The second variety of trainer is one who studies the science of behavior and designs methods around the science rather just doing it a certain way because that is how it has always been done. We have come a long way from the traditional methods, to the benefit of our four legged companions. This is the reason you will see me writing articles that may discourage the use of techniques and equipment that I once embraced. You see, I have discovered, that just because it works sometimes, and just because that is the way it has been done since the beginning, doesn’t make it right. We used to put leaches on sick people to make them better. Science prevailed there, so please, let it prevail here.
And if ever you have any questions about anything I write, or (gasp!) don’t believe me, please let me know and I am happy to send you the names of people with PhDs and DVMs who have done the research.
Another note about traditional methods and your DVM. Most vets do not specialize in behavior, but some do. Those that do not specialize in behavior may have no more knowledge than the traditional trainer does about what methods are and are not helpful. So when I refer to DVMs in regard to behavioral expertise, it is those that have studied behavior, not those who haven’t.
So I hope that clears some things up for you. And if you are one of those people who I worked with before and would like to hear about the new stuff please let me know! If you are still in the area I will give you a session or two to see if we can’t cross you and your dog over, too!
Learned helplessness occurs when an animal/human finds their situation so out of their control, they eventually stop trying to change or escape it. This is the reason that humans stay in abusive relationships, and it happens when punishment is used with our four legged friends. Because our timing is not perfect, our dog doesn’t understand why the punishment happened. Because (from the dog’s perspective) the punishment happens at random regardless of his behavior, the dog feels powerless to change it and will simply stop moving.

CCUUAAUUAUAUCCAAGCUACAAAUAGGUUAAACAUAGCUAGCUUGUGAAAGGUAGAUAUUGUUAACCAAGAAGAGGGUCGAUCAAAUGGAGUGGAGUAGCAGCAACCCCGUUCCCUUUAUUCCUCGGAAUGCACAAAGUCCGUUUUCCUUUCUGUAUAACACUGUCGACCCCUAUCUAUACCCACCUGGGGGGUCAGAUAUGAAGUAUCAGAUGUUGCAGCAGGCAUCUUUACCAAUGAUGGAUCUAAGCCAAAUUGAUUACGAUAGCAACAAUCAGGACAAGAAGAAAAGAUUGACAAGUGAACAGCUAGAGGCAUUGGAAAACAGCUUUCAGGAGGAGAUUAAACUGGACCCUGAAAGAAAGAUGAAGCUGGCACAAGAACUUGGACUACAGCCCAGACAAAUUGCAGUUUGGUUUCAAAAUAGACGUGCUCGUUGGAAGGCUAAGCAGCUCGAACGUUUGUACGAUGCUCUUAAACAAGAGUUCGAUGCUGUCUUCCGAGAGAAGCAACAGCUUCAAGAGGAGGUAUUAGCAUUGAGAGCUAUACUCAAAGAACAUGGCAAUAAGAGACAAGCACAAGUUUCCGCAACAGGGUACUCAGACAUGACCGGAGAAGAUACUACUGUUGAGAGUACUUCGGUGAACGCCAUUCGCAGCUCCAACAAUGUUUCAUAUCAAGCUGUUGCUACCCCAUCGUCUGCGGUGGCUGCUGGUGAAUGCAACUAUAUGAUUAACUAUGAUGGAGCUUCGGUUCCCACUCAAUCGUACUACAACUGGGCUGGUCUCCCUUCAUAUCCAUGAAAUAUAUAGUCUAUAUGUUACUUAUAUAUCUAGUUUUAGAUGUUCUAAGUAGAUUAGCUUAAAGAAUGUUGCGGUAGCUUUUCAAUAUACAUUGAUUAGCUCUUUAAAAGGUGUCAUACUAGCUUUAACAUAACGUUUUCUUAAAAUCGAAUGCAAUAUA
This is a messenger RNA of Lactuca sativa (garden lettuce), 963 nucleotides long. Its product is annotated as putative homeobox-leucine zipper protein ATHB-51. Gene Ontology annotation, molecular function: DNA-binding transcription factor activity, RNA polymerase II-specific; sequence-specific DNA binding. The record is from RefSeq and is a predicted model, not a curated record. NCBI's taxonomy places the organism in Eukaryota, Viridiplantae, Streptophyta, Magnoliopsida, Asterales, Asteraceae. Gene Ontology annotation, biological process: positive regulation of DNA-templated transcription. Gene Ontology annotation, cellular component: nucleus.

You may have seen this watching some of the popular TV shows featuring dog “professionals”. Some describe it as calm or submissive. What it is: helplessness. The dog has given up. You can do whatever you want to him and he will not react because he has decided there is simply no point. No hope for him.
Learned helplessness has no place in our training regimen, nor does it have a place in our relationship with our dogs. There is nothing healthy about it. I have seen a dog stand in one place as if frozen while given commands that he supposedly ignores while he is repeatedly shocked with a “remote” or “electric stimulation” collar. Chances are the dog simply doesn’t know the cue well enough to perform in his current surroundings. A dog in this situation is learning nothing except to accept his fate as inevitable. It will never result in his obedience, just his misery.